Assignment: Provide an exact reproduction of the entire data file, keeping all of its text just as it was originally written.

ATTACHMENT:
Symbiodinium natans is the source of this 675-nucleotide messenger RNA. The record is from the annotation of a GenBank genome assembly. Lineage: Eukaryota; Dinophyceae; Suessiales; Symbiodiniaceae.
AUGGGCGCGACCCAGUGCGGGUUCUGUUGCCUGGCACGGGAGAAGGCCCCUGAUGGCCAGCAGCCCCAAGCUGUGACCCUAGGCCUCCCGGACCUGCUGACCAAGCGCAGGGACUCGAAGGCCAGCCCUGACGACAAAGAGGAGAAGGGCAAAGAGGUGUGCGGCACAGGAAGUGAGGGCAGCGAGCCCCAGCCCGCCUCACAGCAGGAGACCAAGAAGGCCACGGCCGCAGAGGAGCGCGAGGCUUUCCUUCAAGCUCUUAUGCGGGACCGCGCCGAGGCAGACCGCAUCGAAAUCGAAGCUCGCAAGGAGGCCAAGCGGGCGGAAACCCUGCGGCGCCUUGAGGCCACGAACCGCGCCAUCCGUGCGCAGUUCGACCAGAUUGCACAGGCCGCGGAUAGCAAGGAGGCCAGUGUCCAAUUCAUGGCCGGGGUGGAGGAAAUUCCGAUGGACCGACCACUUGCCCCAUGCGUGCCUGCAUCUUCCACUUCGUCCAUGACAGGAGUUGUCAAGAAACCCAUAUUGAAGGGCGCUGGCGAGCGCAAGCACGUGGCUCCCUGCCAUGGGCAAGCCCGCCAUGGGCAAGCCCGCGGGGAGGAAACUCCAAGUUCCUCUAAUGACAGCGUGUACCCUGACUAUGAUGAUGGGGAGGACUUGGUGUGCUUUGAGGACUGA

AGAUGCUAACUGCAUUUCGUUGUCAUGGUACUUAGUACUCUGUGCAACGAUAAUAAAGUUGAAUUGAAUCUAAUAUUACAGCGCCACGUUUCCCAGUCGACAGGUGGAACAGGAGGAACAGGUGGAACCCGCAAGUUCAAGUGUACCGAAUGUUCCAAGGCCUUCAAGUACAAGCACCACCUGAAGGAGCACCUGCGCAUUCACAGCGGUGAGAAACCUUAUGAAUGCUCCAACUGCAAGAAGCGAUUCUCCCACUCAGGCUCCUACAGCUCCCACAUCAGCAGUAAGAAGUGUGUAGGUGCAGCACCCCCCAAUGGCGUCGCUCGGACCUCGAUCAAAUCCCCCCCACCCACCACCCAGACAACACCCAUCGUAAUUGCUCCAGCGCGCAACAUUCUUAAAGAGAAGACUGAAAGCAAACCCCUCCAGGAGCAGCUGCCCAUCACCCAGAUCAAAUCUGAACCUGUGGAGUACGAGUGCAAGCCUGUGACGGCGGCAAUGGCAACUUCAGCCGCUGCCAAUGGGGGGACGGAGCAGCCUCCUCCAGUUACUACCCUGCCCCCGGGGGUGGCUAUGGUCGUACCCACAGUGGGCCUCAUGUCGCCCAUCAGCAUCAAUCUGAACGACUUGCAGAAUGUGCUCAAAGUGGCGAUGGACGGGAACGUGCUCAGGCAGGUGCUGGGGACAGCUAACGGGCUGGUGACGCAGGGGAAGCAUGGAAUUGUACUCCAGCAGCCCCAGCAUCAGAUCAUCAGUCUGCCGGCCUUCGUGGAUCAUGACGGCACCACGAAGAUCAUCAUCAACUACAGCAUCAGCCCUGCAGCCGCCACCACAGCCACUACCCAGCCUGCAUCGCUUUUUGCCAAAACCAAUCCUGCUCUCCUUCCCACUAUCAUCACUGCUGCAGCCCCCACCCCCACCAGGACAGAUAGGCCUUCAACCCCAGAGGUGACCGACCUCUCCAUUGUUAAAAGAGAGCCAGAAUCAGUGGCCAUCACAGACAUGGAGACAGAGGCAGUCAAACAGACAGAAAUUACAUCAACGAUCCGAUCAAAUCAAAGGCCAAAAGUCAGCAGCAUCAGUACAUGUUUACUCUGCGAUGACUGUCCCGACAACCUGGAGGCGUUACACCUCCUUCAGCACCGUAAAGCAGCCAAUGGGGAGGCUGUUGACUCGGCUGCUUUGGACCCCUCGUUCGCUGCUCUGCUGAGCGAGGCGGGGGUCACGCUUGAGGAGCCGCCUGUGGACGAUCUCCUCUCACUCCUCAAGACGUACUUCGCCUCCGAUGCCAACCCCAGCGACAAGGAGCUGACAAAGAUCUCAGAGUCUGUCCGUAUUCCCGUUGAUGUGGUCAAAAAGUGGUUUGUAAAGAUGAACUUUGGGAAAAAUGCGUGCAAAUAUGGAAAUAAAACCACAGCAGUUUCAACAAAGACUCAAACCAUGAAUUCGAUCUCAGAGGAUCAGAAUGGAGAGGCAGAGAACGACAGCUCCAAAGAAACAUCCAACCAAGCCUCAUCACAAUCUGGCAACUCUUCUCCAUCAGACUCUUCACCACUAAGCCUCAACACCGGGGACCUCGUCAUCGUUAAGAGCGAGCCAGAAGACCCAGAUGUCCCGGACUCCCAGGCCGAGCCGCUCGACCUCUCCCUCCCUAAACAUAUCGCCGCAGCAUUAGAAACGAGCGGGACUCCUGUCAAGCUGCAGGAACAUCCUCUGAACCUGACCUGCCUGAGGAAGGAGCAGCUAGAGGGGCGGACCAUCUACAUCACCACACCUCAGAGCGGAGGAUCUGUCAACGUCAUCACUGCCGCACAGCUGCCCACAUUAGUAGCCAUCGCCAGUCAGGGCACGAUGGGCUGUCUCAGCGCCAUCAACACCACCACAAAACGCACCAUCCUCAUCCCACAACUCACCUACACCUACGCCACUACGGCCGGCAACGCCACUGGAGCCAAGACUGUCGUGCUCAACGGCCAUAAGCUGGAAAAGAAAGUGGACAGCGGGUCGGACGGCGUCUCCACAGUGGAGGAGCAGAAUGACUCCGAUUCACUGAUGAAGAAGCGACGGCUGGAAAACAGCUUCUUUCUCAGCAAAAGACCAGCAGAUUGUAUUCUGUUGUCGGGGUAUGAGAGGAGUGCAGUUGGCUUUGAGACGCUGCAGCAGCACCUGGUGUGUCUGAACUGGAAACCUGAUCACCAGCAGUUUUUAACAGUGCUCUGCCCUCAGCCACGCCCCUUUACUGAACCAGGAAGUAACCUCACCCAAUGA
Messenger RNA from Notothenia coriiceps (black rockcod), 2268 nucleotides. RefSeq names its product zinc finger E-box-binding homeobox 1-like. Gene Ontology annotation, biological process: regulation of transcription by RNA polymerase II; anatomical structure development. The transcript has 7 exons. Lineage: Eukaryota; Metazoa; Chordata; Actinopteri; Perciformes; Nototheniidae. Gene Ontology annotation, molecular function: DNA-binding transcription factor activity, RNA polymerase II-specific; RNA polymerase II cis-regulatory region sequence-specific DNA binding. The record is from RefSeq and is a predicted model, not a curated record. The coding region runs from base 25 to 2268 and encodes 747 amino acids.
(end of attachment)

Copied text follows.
Symbiodinium natans is the source of this 675-nucleotide messenger RNA. The record is from the annotation of a GenBank genome assembly. Lineage: Eukaryota; Dinophyceae; Suessiales; Symbiodiniaceae.
AUGGGCGCGACCCAGUGCGGGUUCUGUUGCCUGGCACGGGAGAAGGCCCCUGAUGGCCAGCAGCCCCAAGCUGUGACCCUAGGCCUCCCGGACCUGCUGACCAAGCGCAGGGACUCGAAGGCCAGCCCUGACGACAAAGAGGAGAAGGGCAAAGAGGUGUGCGGCACAGGAAGUGAGGGCAGCGAGCCCCAGCCCGCCUCACAGCAGGAGACCAAGAAGGCCACGGCCGCAGAGGAGCGCGAGGCUUUCCUUCAAGCUCUUAUGCGGGACCGCGCCGAGGCAGACCGCAUCGAAAUCGAAGCUCGCAAGGAGGCCAAGCGGGCGGAAACCCUGCGGCGCCUUGAGGCCACGAACCGCGCCAUCCGUGCGCAGUUCGACCAGAUUGCACAGGCCGCGGAUAGCAAGGAGGCCAGUGUCCAAUUCAUGGCCGGGGUGGAGGAAAUUCCGAUGGACCGACCACUUGCCCCAUGCGUGCCUGCAUCUUCCACUUCGUCCAUGACAGGAGUUGUCAAGAAACCCAUAUUGAAGGGCGCUGGCGAGCGCAAGCACGUGGCUCCCUGCCAUGGGCAAGCCCGCCAUGGGCAAGCCCGCGGGGAGGAAACUCCAAGUUCCUCUAAUGACAGCGUGUACCCUGACUAUGAUGAUGGGGAGGACUUGGUGUGCUUUGAGGACUGA

AGAUGCUAACUGCAUUUCGUUGUCAUGGUACUUAGUACUCUGUGCAACGAUAAUAAAGUUGAAUUGAAUCUAAUAUUACAGCGCCACGUUUCCCAGUCGACAGGUGGAACAGGAGGAACAGGUGGAACCCGCAAGUUCAAGUGUACCGAAUGUUCCAAGGCCUUCAAGUACAAGCACCACCUGAAGGAGCACCUGCGCAUUCACAGCGGUGAGAAACCUUAUGAAUGCUCCAACUGCAAGAAGCGAUUCUCCCACUCAGGCUCCUACAGCUCCCACAUCAGCAGUAAGAAGUGUGUAGGUGCAGCACCCCCCAAUGGCGUCGCUCGGACCUCGAUCAAAUCCCCCCCACCCACCACCCAGACAACACCCAUCGUAAUUGCUCCAGCGCGCAACAUUCUUAAAGAGAAGACUGAAAGCAAACCCCUCCAGGAGCAGCUGCCCAUCACCCAGAUCAAAUCUGAACCUGUGGAGUACGAGUGCAAGCCUGUGACGGCGGCAAUGGCAACUUCAGCCGCUGCCAAUGGGGGGACGGAGCAGCCUCCUCCAGUUACUACCCUGCCCCCGGGGGUGGCUAUGGUCGUACCCACAGUGGGCCUCAUGUCGCCCAUCAGCAUCAAUCUGAACGACUUGCAGAAUGUGCUCAAAGUGGCGAUGGACGGGAACGUGCUCAGGCAGGUGCUGGGGACAGCUAACGGGCUGGUGACGCAGGGGAAGCAUGGAAUUGUACUCCAGCAGCCCCAGCAUCAGAUCAUCAGUCUGCCGGCCUUCGUGGAUCAUGACGGCACCACGAAGAUCAUCAUCAACUACAGCAUCAGCCCUGCAGCCGCCACCACAGCCACUACCCAGCCUGCAUCGCUUUUUGCCAAAACCAAUCCUGCUCUCCUUCCCACUAUCAUCACUGCUGCAGCCCCCACCCCCACCAGGACAGAUAGGCCUUCAACCCCAGAGGUGACCGACCUCUCCAUUGUUAAAAGAGAGCCAGAAUCAGUGGCCAUCACAGACAUGGAGACAGAGGCAGUCAAACAGACAGAAAUUACAUCAACGAUCCGAUCAAAUCAAAGGCCAAAAGUCAGCAGCAUCAGUACAUGUUUACUCUGCGAUGACUGUCCCGACAACCUGGAGGCGUUACACCUCCUUCAGCACCGUAAAGCAGCCAAUGGGGAGGCUGUUGACUCGGCUGCUUUGGACCCCUCGUUCGCUGCUCUGCUGAGCGAGGCGGGGGUCACGCUUGAGGAGCCGCCUGUGGACGAUCUCCUCUCACUCCUCAAGACGUACUUCGCCUCCGAUGCCAACCCCAGCGACAAGGAGCUGACAAAGAUCUCAGAGUCUGUCCGUAUUCCCGUUGAUGUGGUCAAAAAGUGGUUUGUAAAGAUGAACUUUGGGAAAAAUGCGUGCAAAUAUGGAAAUAAAACCACAGCAGUUUCAACAAAGACUCAAACCAUGAAUUCGAUCUCAGAGGAUCAGAAUGGAGAGGCAGAGAACGACAGCUCCAAAGAAACAUCCAACCAAGCCUCAUCACAAUCUGGCAACUCUUCUCCAUCAGACUCUUCACCACUAAGCCUCAACACCGGGGACCUCGUCAUCGUUAAGAGCGAGCCAGAAGACCCAGAUGUCCCGGACUCCCAGGCCGAGCCGCUCGACCUCUCCCUCCCUAAACAUAUCGCCGCAGCAUUAGAAACGAGCGGGACUCCUGUCAAGCUGCAGGAACAUCCUCUGAACCUGACCUGCCUGAGGAAGGAGCAGCUAGAGGGGCGGACCAUCUACAUCACCACACCUCAGAGCGGAGGAUCUGUCAACGUCAUCACUGCCGCACAGCUGCCCACAUUAGUAGCCAUCGCCAGUCAGGGCACGAUGGGCUGUCUCAGCGCCAUCAACACCACCACAAAACGCACCAUCCUCAUCCCACAACUCACCUACACCUACGCCACUACGGCCGGCAACGCCACUGGAGCCAAGACUGUCGUGCUCAACGGCCAUAAGCUGGAAAAGAAAGUGGACAGCGGGUCGGACGGCGUCUCCACAGUGGAGGAGCAGAAUGACUCCGAUUCACUGAUGAAGAAGCGACGGCUGGAAAACAGCUUCUUUCUCAGCAAAAGACCAGCAGAUUGUAUUCUGUUGUCGGGGUAUGAGAGGAGUGCAGUUGGCUUUGAGACGCUGCAGCAGCACCUGGUGUGUCUGAACUGGAAACCUGAUCACCAGCAGUUUUUAACAGUGCUCUGCCCUCAGCCACGCCCCUUUACUGAACCAGGAAGUAACCUCACCCAAUGA
Messenger RNA from Notothenia coriiceps (black rockcod), 2268 nucleotides. RefSeq names its product zinc finger E-box-binding homeobox 1-like. Gene Ontology annotation, biological process: regulation of transcription by RNA polymerase II; anatomical structure development. The transcript has 7 exons. Lineage: Eukaryota; Metazoa; Chordata; Actinopteri; Perciformes; Nototheniidae. Gene Ontology annotation, molecular function: DNA-binding transcription factor activity, RNA polymerase II-specific; RNA polymerase II cis-regulatory region sequence-specific DNA binding. The record is from RefSeq and is a predicted model, not a curated record. The coding region runs from base 25 to 2268 and encodes 747 amino acids.